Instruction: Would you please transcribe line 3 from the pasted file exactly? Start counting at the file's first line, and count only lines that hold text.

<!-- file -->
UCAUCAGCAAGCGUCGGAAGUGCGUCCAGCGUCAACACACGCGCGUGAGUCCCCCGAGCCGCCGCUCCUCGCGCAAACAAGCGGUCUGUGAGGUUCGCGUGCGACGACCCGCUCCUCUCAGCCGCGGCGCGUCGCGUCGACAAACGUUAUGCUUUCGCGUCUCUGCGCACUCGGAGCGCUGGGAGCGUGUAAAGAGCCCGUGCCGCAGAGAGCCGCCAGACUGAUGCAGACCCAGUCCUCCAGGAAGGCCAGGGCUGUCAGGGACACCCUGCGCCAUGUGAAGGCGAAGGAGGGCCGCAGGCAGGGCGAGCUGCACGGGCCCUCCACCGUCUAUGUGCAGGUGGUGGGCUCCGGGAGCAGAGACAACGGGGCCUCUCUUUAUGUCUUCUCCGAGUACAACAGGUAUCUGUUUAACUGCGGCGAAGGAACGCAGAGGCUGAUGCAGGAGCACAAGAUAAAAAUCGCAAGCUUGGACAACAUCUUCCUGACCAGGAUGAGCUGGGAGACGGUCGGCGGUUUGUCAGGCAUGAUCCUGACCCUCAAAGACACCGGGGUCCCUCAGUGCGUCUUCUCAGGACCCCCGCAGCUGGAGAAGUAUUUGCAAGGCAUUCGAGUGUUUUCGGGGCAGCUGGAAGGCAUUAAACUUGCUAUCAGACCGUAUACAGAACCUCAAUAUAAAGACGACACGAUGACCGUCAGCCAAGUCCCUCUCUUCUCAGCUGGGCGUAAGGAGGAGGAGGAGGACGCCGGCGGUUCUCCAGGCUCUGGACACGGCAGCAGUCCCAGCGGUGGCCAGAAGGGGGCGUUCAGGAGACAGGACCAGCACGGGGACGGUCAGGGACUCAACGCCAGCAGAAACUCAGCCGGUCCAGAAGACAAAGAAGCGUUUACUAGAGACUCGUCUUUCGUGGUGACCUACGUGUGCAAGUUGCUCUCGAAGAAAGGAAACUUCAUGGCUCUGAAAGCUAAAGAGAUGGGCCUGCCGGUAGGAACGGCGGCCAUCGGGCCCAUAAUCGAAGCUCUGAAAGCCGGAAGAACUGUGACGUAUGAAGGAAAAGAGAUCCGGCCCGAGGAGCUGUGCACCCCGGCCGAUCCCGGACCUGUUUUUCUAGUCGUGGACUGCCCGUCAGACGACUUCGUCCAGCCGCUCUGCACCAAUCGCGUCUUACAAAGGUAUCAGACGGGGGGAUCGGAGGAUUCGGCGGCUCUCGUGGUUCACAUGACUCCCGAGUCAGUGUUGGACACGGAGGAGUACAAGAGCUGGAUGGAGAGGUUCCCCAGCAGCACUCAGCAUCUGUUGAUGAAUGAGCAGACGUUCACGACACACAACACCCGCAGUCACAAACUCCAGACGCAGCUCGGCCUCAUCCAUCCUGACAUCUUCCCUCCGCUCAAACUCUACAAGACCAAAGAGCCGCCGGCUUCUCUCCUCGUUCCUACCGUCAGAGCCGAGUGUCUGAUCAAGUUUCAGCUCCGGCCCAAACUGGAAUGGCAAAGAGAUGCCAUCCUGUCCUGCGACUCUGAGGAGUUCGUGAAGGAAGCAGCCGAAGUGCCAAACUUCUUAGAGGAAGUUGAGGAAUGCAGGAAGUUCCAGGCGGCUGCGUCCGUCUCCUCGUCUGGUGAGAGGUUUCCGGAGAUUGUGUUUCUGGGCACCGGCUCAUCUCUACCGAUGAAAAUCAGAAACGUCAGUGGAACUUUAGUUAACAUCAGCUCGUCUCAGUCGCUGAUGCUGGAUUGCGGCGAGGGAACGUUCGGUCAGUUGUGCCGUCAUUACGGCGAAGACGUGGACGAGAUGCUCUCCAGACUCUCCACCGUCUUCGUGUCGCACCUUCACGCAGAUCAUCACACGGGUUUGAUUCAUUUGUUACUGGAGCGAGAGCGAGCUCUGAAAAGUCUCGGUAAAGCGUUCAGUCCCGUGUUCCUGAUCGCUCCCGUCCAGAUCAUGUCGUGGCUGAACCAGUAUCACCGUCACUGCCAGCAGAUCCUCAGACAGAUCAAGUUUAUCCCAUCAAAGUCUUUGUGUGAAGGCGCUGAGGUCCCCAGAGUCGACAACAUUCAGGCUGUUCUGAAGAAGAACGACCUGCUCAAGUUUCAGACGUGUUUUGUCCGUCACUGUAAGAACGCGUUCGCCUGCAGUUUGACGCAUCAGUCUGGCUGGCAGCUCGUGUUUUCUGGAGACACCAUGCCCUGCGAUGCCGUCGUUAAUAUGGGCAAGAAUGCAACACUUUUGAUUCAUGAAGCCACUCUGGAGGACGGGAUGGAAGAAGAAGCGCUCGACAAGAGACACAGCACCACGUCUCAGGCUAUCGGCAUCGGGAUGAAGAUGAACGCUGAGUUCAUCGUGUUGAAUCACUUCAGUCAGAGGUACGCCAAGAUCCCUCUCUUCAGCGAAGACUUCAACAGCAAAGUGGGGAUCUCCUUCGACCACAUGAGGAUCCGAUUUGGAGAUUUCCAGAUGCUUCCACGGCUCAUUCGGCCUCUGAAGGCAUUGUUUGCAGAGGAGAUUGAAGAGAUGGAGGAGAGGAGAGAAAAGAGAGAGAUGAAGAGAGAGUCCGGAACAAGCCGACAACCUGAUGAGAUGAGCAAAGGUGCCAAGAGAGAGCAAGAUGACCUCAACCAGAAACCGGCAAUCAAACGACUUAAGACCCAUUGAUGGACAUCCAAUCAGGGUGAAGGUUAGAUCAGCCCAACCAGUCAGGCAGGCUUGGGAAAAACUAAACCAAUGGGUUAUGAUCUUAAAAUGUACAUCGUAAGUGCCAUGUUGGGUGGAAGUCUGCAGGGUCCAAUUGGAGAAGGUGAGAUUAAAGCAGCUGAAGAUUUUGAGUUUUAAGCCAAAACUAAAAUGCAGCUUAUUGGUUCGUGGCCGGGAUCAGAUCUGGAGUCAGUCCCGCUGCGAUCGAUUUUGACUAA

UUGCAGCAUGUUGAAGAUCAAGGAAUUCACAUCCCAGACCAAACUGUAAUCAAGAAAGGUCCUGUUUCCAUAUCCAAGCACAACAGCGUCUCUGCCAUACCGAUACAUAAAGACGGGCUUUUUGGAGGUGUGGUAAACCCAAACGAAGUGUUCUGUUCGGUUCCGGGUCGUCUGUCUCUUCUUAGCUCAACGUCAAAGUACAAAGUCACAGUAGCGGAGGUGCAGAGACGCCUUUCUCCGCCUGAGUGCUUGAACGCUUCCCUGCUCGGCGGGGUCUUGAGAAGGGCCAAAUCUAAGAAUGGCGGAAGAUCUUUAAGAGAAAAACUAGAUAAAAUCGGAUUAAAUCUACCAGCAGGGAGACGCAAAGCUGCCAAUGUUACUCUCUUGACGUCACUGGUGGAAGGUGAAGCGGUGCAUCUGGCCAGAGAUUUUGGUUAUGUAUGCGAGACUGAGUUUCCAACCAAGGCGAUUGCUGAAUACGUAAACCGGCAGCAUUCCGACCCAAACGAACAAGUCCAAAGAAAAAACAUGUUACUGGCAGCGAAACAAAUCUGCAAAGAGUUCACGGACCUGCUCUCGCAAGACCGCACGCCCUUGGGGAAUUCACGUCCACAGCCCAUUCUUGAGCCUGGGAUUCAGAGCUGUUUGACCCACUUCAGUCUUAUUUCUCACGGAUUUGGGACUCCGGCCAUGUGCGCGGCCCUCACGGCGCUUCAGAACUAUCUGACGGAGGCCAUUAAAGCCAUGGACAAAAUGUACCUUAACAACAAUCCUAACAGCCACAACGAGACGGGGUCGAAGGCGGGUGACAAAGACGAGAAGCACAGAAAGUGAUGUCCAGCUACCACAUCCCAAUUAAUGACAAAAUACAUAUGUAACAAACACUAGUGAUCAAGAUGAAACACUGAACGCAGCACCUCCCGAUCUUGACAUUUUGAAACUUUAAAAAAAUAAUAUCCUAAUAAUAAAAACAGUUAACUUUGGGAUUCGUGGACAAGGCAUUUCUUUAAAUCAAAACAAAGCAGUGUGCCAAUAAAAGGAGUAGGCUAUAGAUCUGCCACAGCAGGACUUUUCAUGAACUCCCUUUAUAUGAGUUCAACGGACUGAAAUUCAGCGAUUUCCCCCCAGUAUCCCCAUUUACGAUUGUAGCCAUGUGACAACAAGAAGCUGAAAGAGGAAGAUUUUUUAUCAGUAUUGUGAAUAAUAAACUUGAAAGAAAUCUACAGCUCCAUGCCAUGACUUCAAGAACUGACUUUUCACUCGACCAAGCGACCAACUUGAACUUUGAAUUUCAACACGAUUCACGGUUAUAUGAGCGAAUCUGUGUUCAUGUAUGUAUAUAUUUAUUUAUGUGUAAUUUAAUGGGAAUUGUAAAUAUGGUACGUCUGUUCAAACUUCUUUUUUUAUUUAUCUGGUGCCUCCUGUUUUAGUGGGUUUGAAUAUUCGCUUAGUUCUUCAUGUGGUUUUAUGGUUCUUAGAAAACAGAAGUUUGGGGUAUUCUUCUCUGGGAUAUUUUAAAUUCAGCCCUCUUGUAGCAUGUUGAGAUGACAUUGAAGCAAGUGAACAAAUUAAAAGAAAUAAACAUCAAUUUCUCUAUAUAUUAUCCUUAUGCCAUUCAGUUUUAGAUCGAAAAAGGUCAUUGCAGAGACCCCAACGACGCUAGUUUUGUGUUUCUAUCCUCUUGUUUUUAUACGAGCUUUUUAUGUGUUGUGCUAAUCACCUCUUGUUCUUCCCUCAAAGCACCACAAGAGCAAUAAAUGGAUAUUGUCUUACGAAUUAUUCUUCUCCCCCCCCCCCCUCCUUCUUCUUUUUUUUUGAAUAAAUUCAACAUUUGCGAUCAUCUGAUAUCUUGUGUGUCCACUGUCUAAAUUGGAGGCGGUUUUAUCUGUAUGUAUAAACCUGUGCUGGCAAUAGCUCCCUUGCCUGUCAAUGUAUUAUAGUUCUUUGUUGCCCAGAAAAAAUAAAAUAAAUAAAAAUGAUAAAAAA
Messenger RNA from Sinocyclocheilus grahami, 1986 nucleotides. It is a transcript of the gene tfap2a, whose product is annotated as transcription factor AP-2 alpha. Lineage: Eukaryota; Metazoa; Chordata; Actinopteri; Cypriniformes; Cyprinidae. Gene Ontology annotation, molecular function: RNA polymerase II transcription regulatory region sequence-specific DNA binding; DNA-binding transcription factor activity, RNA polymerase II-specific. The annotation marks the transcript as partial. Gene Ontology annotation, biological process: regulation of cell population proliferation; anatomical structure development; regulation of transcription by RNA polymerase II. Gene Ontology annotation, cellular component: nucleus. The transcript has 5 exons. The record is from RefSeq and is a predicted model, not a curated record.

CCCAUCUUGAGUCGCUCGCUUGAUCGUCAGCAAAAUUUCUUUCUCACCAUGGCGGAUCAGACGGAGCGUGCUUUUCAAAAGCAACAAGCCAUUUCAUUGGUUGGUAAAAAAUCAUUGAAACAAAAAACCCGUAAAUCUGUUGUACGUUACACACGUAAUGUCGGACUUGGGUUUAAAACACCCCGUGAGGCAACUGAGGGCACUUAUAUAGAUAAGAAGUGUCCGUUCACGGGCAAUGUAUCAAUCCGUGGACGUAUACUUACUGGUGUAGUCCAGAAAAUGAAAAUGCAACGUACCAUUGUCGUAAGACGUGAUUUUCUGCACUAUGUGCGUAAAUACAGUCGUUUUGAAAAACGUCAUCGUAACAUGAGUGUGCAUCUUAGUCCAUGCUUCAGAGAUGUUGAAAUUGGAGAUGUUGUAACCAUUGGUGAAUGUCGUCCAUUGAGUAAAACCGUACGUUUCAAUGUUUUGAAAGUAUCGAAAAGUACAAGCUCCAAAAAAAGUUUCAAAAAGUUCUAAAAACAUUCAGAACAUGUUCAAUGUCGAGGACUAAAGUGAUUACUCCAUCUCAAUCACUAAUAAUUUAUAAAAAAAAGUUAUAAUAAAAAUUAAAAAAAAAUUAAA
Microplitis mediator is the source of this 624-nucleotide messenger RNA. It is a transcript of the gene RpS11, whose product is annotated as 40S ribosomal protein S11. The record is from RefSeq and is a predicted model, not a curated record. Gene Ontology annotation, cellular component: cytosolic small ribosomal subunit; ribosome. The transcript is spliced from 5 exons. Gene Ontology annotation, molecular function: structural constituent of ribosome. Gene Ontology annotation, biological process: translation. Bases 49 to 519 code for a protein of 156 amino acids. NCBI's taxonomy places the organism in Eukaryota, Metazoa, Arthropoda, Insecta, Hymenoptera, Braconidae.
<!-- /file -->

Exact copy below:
Messenger RNA from Sinocyclocheilus grahami, 1986 nucleotides. It is a transcript of the gene tfap2a, whose product is annotated as transcription factor AP-2 alpha. Lineage: Eukaryota; Metazoa; Chordata; Actinopteri; Cypriniformes; Cyprinidae. Gene Ontology annotation, molecular function: RNA polymerase II transcription regulatory region sequence-specific DNA binding; DNA-binding transcription factor activity, RNA polymerase II-specific. The annotation marks the transcript as partial. Gene Ontology annotation, biological process: regulation of cell population proliferation; anatomical structure development; regulation of transcription by RNA polymerase II. Gene Ontology annotation, cellular component: nucleus. The transcript has 5 exons. The record is from RefSeq and is a predicted model, not a curated record.